When Arland Bruce filed the first concussion lawsuit against the CFL July 16, it seemed likely more would follow given the reportedly large numbers of CFL alumni suffering from concussion-related issues, the threats from some alumni and the litigation over concussions in the NFL and NCAA. Now, it appears that's starting to happen. Terry Ott, who broke the news of Bruce's lawsuit at The Concussion Blog earlier this month, wrote Thursday that former Argonaut running back Eric "The Flea" Allen is preparing legal action against the CFL, and that others are set to join in:
Eric “The Flea” Allen starred with the Toronto Argonauts between 1973-1975, and as noted previously here in Sneer and Loafing, is suffering the effects of what is alleged to be serious brain damage caused by multiple concussions while he was playing for the Toronto team, which at the time, was the highest profile and richest franchise in the league.
In an interview, Allen’s mother Rebecca Young, 84, said that Eric’s condition had declined precipitously in the last 6 weeks to the point that her son “can hardly walk now,” even with the aid of a walker, and spends most of the day in bed suffering from vertigo and has recently developed bouts of incontinence as well as suffering from worsening memory and mood issues.
Mrs. Young said that she had recently been visited by Canadian lawyer Robyn Wishart who Mrs. Young said will be representing Mr. Allen in a legal action against the Canadian Football League, allegedly for concussion injuries Allen says he suffered while playing in the league for the Toronto Argos for the three seasons in question.
“She said she was going to do her best to get (us) some help,” said Mrs.Young, of lawyer Wishart. “I hope it’s soon…I’m so tired,” added Mrs. Young, who as the principal caregiver for her debilitated son has a multiple hour drive to take Mr. Allen for treatment at the Medical University of South Carolina.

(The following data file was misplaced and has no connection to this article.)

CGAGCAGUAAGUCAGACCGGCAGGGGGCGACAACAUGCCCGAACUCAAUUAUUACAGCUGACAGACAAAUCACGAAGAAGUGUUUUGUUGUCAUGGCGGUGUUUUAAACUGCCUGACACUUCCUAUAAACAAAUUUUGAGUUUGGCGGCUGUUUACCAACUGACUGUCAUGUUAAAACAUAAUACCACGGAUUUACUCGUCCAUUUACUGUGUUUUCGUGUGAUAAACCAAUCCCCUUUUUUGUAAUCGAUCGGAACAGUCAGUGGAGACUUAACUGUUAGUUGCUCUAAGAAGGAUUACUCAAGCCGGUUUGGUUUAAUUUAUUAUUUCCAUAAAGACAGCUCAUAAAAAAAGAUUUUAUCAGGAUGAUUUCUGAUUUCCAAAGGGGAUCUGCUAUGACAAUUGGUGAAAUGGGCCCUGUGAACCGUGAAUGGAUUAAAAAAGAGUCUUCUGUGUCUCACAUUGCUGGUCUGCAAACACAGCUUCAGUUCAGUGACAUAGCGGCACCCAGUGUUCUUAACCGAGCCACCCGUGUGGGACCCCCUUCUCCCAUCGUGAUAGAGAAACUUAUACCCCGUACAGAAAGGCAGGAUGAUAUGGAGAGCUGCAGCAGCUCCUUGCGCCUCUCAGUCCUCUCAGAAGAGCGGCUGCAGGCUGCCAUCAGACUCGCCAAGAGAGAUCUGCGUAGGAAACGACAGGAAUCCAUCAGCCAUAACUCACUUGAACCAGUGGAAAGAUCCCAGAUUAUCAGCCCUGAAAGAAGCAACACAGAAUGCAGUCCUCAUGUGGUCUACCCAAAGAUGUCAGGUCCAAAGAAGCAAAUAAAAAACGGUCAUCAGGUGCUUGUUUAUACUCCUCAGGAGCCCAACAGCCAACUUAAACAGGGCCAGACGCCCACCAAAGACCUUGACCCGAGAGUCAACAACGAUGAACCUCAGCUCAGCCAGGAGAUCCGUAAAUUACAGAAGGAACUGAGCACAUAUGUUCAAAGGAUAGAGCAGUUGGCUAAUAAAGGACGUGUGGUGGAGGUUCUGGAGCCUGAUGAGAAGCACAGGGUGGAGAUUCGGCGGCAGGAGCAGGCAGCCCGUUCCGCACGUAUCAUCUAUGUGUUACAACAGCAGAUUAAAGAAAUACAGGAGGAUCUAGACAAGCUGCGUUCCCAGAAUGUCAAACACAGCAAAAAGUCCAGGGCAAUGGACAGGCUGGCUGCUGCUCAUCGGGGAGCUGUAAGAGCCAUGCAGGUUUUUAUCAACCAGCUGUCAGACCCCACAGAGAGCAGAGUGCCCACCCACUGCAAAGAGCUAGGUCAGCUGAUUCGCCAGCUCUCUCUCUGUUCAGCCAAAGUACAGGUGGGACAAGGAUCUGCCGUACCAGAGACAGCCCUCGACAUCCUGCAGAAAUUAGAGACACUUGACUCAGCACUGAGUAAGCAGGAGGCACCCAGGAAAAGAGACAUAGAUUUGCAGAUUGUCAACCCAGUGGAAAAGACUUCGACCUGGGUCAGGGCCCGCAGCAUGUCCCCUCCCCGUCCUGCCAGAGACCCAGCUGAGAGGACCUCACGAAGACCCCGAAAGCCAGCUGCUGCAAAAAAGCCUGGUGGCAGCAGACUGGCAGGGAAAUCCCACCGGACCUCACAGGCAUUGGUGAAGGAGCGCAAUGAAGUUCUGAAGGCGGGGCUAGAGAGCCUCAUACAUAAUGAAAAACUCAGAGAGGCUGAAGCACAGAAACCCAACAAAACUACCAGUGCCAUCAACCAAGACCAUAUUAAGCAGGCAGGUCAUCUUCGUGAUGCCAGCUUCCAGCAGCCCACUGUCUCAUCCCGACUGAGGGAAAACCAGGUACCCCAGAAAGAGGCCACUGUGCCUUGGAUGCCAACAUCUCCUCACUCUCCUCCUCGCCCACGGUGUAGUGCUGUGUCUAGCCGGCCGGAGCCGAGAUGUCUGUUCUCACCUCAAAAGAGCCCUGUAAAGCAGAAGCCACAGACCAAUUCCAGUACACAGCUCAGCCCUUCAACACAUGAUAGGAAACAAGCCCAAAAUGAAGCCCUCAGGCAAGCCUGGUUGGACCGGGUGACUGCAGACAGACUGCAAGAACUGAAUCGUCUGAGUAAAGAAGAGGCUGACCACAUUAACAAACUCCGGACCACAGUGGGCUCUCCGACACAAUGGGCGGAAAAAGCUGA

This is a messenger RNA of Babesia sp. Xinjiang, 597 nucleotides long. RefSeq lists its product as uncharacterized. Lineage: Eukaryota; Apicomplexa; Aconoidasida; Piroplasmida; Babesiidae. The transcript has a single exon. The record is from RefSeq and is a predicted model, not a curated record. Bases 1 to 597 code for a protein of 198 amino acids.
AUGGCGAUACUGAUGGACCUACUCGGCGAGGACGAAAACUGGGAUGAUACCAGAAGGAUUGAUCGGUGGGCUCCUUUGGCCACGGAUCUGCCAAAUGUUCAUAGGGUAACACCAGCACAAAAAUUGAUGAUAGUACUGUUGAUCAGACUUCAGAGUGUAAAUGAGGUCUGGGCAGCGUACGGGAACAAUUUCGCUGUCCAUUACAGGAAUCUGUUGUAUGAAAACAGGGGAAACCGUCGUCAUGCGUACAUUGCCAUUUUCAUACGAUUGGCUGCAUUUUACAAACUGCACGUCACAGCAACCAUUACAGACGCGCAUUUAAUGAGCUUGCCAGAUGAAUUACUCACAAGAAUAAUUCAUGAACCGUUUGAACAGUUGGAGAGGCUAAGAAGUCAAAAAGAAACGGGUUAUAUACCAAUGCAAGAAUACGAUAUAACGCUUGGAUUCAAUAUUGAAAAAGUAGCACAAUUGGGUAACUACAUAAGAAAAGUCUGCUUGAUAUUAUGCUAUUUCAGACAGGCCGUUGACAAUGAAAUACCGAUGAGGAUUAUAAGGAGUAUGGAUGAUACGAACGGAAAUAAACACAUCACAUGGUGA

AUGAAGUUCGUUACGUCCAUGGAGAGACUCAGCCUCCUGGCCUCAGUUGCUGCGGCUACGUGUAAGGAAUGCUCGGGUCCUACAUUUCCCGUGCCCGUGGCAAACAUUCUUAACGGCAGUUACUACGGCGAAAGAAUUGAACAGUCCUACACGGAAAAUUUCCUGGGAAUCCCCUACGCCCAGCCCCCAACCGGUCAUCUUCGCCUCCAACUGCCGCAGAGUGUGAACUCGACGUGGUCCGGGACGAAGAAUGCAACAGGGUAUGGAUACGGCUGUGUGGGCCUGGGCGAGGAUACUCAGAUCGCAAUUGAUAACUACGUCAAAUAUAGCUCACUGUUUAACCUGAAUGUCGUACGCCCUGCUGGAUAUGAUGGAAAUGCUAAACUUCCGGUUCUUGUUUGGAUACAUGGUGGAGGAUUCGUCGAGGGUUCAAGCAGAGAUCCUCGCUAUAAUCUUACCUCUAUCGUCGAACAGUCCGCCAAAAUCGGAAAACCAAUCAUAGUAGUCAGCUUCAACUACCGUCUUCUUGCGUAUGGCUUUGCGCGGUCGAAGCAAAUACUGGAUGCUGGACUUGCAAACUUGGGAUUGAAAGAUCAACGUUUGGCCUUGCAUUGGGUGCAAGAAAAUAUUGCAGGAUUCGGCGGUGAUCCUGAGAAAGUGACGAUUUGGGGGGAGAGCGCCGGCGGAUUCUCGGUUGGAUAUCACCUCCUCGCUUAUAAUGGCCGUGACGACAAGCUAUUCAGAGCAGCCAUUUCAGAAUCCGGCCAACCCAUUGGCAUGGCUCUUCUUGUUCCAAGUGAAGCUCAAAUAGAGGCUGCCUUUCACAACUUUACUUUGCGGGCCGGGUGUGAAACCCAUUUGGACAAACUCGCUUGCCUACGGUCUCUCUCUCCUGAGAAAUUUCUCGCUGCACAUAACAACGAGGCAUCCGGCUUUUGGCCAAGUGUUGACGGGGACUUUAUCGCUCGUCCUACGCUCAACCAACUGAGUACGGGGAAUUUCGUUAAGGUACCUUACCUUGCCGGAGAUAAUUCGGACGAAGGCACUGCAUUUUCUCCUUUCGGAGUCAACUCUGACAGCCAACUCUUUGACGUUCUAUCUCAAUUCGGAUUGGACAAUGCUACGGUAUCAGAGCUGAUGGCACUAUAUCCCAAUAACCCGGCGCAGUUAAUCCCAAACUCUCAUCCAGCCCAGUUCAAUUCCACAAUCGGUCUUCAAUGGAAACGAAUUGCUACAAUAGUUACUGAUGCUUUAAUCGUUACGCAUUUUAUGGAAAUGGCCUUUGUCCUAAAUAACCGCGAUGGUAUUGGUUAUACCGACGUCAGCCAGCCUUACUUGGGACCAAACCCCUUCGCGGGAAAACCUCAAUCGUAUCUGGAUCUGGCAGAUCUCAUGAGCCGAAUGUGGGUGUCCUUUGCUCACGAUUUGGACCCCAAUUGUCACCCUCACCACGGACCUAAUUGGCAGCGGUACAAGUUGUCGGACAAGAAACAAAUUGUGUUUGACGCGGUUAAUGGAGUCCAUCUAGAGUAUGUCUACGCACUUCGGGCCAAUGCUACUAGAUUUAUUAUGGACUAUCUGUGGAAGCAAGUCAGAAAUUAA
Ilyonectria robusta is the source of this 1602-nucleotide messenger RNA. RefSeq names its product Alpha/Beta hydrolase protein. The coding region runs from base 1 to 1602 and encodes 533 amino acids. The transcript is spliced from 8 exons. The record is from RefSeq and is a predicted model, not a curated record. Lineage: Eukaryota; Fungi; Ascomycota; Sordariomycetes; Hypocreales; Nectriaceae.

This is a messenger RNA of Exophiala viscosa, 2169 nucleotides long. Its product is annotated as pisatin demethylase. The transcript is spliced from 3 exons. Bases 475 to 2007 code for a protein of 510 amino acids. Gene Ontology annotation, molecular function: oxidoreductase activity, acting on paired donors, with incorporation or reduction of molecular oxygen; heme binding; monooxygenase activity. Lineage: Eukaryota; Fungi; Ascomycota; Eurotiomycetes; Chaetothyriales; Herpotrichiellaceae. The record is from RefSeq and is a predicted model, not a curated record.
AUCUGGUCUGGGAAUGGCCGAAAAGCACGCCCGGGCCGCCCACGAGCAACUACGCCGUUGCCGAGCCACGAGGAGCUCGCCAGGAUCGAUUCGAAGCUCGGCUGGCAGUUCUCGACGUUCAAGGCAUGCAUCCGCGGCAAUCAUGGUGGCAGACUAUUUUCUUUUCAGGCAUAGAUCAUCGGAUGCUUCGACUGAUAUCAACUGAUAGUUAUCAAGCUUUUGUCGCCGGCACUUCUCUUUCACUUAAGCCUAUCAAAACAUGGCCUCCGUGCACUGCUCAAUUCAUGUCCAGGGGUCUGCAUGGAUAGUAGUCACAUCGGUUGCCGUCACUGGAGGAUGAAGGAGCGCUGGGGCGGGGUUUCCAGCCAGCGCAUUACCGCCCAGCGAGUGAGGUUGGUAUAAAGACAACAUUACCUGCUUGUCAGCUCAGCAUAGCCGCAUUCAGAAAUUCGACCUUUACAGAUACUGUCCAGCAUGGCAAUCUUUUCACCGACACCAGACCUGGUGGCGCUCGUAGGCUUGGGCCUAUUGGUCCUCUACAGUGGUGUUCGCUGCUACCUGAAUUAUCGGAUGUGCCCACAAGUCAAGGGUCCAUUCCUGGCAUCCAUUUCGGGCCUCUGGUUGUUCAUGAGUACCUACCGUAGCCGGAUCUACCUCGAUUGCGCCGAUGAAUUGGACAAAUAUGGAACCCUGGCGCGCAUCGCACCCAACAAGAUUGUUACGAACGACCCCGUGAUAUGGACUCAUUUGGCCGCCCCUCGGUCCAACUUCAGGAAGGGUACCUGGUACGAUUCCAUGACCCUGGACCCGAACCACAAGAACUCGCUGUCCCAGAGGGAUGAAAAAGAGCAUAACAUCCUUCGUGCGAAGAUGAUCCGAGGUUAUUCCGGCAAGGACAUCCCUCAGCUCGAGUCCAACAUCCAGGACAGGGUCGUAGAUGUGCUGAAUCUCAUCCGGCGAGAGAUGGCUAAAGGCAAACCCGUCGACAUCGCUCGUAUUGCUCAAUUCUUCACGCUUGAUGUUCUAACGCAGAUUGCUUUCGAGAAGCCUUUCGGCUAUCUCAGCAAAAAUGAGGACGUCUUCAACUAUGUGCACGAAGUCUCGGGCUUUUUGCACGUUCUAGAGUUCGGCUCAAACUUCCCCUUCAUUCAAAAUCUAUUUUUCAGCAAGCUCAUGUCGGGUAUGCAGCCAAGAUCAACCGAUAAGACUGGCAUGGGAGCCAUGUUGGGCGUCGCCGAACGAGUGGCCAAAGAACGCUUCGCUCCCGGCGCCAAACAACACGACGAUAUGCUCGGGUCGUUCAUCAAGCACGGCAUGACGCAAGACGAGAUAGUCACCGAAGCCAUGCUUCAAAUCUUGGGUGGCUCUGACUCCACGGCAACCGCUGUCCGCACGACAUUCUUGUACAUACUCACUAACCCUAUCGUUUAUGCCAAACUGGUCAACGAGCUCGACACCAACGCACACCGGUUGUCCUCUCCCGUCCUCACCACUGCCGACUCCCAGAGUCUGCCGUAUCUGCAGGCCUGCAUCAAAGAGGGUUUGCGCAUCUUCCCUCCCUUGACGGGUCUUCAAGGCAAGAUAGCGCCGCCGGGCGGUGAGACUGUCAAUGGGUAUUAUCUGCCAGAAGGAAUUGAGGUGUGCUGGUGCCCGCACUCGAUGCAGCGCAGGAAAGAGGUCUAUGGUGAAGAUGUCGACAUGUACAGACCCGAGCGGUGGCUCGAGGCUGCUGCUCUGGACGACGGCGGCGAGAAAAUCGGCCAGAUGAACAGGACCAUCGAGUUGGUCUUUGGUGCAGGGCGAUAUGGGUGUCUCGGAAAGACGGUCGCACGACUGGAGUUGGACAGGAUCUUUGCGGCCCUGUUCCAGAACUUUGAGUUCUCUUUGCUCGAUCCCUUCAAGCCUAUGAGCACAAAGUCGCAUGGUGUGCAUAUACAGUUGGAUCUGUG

Ms. Wishart was traveling and did not return telephone calls for comment about Allen’s condition. ...
Furthermore, according to a source speaking on condition of anonymity, there are now at least a total of 7 former CFL players, some who played over 50 years ago, currently, or intending to, bring suit against the league for concussion injury.
While there doesn't appear to be a lawsuit filed yet in Allen's case (unlike the Bruce case), his family's intentions to sue the CFL seem very real, and his case could potentially prove even more of a tipping point than Bruce's. The Bruce case carried some unusual elements, including his allegations that team doctors violated the league's own recent concussion protocol, and it came against the background of him being essentially drummed out of the CFL over homophobic comments. None of that should diminish the severity of Bruce's allegations whatsoever, but it does mean that his case is far from the typical one that might pop up, and it's particularly different from the cases players like Allen (who played long before modern concussion protocols) would presumably have. Thus, a lawsuit from a prominent alumnus like Allen who's currently facing severe health challenges might well have more of a galvanizing effect on other long-ago players than Bruce's did. Ott's report that several other players are already intending to bring suit against the league over concussions seems credible, too, and that could turn this into an even bigger problem for the CFL.
Other players beyond Bruce suing the CFL should demonstrate just how serious of an issue this is for the league. Bruce's case and allegations are quite important on their own, but some media coverage of them has been rather dismissive, citing Bruce's history of controversy and decision to keep playing for over a full season after his 2012 concussion as reasons to downplay the suit. A suit from Allen would be much tougher to attack, and a further volley of suits from other alumni would really change the conversation about head injuries in the CFL. Concussions to past and present players remain one of the most critical issues facing this league, and while there's been substantial progress made on how the CFL identifies and treats concussions since the days of players like Allen, that doesn't do anything to address their health issues. The league's current policy (and the way it's upheld) is far from perfect, too. We'll see when the lawsuits are filed and how they turn out, but the reported wave of impending lawsuits suggests concussions are going to be a big issue for the CFL for years to come.